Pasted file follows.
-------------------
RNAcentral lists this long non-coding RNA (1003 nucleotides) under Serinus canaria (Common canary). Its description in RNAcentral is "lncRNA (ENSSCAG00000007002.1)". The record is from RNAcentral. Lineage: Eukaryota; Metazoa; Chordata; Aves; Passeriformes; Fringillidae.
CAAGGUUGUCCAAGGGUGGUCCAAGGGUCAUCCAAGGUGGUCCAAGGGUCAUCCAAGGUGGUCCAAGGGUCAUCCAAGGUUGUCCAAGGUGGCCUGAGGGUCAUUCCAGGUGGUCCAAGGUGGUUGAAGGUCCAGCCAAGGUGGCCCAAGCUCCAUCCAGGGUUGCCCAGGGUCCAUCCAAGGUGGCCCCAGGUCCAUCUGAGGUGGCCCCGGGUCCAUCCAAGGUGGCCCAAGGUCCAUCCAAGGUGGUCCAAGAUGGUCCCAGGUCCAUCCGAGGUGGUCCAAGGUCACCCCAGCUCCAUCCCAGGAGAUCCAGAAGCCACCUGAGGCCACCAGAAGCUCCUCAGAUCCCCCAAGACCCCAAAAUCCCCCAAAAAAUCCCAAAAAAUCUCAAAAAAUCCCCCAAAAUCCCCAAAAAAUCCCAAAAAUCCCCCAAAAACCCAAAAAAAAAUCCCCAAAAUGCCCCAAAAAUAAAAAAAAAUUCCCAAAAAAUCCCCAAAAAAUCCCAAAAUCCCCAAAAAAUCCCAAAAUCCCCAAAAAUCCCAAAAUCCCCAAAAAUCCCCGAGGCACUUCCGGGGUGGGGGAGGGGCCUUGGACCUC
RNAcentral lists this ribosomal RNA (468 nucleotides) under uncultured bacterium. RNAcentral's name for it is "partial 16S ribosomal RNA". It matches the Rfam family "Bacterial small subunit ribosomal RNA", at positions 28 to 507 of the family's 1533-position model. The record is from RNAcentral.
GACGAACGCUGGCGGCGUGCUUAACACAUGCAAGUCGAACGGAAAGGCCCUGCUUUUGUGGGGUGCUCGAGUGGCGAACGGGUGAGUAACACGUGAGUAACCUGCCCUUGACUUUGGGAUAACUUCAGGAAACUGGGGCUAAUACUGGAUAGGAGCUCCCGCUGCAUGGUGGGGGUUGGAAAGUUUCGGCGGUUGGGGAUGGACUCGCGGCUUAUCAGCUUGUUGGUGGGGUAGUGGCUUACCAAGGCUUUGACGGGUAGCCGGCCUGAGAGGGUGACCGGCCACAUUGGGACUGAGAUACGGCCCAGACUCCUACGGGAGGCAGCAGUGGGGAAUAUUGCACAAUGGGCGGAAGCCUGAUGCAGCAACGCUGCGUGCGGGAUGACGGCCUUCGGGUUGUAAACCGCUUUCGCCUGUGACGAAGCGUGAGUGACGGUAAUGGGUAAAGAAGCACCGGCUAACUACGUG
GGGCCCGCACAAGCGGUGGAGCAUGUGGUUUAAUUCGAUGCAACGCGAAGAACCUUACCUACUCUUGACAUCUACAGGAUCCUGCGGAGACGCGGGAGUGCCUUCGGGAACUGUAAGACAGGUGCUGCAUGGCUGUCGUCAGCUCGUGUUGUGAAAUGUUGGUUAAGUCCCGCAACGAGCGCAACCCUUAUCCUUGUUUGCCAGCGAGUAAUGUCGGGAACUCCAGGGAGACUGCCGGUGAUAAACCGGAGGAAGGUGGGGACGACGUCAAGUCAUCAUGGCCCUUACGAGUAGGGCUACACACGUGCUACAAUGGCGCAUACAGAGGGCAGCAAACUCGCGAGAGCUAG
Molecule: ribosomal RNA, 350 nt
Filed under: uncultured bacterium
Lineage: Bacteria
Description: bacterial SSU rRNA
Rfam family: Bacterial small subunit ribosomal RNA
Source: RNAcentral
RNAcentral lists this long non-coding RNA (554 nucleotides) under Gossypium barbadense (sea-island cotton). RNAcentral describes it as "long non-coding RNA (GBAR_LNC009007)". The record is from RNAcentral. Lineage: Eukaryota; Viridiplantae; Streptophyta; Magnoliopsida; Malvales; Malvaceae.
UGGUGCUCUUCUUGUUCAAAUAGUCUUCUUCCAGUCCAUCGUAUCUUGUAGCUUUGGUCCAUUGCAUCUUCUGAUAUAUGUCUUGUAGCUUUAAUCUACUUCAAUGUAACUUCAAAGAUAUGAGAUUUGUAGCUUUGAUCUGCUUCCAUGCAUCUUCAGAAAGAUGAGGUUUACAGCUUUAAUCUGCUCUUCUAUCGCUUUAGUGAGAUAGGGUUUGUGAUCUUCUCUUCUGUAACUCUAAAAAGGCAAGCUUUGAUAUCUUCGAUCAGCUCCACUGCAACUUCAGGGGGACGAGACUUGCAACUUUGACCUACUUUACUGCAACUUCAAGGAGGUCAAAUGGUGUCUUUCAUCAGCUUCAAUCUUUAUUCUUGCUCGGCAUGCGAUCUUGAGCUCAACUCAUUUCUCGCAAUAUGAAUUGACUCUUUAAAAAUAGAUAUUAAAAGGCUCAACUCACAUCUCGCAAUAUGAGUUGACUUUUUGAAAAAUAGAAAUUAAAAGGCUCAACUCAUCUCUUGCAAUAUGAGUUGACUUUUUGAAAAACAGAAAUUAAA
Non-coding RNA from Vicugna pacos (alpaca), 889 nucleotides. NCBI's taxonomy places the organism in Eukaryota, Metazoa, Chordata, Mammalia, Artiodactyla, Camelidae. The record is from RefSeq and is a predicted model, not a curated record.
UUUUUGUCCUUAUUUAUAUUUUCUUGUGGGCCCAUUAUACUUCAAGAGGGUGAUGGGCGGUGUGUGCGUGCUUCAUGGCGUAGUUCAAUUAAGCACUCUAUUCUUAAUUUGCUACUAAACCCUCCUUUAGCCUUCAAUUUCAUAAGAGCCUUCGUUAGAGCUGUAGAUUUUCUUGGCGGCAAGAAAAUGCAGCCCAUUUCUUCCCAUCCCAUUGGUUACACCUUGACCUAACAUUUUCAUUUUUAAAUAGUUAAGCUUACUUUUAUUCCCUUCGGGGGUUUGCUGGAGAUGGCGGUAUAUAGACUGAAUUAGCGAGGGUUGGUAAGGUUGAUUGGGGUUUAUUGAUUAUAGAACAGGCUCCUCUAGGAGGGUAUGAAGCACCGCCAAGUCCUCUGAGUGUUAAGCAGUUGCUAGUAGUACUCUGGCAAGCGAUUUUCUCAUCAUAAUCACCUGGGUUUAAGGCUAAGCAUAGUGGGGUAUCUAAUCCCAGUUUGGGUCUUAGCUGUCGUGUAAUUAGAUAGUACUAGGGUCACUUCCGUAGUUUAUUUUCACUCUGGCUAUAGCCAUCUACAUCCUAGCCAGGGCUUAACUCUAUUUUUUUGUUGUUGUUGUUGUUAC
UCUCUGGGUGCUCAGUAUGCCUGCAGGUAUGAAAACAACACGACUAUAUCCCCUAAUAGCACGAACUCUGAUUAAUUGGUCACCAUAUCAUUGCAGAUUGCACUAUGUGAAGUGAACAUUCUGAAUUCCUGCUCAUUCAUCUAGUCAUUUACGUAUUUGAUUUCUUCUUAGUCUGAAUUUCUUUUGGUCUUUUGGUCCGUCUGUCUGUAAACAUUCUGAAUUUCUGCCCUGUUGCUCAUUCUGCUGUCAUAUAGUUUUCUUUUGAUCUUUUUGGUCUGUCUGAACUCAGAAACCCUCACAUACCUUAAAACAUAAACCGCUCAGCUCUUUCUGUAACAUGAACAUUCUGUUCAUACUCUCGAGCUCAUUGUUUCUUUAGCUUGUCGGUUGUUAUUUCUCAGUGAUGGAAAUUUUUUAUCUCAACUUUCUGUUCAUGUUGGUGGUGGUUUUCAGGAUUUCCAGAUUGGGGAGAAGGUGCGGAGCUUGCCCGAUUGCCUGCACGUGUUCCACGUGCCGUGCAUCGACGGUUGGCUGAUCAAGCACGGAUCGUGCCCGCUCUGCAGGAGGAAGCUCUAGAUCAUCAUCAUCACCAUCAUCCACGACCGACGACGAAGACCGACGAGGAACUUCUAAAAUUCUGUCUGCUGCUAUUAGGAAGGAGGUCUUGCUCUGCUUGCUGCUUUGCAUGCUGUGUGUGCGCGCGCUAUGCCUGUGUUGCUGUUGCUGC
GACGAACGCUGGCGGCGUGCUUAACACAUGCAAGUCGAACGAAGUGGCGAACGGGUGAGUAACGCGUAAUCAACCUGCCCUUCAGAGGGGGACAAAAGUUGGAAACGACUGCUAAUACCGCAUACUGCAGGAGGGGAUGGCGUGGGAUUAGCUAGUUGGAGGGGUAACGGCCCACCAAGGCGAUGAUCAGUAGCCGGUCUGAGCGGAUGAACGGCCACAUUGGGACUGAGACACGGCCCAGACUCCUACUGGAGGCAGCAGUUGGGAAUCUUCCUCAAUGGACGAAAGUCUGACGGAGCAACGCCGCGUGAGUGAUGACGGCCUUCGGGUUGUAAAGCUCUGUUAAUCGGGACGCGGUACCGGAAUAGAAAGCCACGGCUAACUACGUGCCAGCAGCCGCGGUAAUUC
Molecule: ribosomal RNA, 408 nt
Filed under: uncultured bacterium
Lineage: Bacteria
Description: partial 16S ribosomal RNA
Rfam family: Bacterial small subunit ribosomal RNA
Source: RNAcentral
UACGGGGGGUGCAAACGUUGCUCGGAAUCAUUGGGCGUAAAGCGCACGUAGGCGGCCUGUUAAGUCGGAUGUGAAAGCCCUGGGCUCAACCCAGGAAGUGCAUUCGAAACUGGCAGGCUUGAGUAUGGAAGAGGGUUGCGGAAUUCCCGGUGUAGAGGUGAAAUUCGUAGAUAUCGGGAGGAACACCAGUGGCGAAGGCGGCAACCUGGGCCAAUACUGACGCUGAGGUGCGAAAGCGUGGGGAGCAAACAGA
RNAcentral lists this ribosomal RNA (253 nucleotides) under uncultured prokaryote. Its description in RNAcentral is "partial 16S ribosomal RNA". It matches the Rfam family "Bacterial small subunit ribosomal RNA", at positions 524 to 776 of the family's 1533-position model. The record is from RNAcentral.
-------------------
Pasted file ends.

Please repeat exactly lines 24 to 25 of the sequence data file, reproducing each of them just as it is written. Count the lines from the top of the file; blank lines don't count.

UACGGGGGGUGCAAACGUUGCUCGGAAUCAUUGGGCGUAAAGCGCACGUAGGCGGCCUGUUAAGUCGGAUGUGAAAGCCCUGGGCUCAACCCAGGAAGUGCAUUCGAAACUGGCAGGCUUGAGUAUGGAAGAGGGUUGCGGAAUUCCCGGUGUAGAGGUGAAAUUCGUAGAUAUCGGGAGGAACACCAGUGGCGAAGGCGGCAACCUGGGCCAAUACUGACGCUGAGGUGCGAAAGCGUGGGGAGCAAACAGA
RNAcentral lists this ribosomal RNA (253 nucleotides) under uncultured prokaryote. Its description in RNAcentral is "partial 16S ribosomal RNA". It matches the Rfam family "Bacterial small subunit ribosomal RNA", at positions 524 to 776 of the family's 1533-position model. The record is from RNAcentral.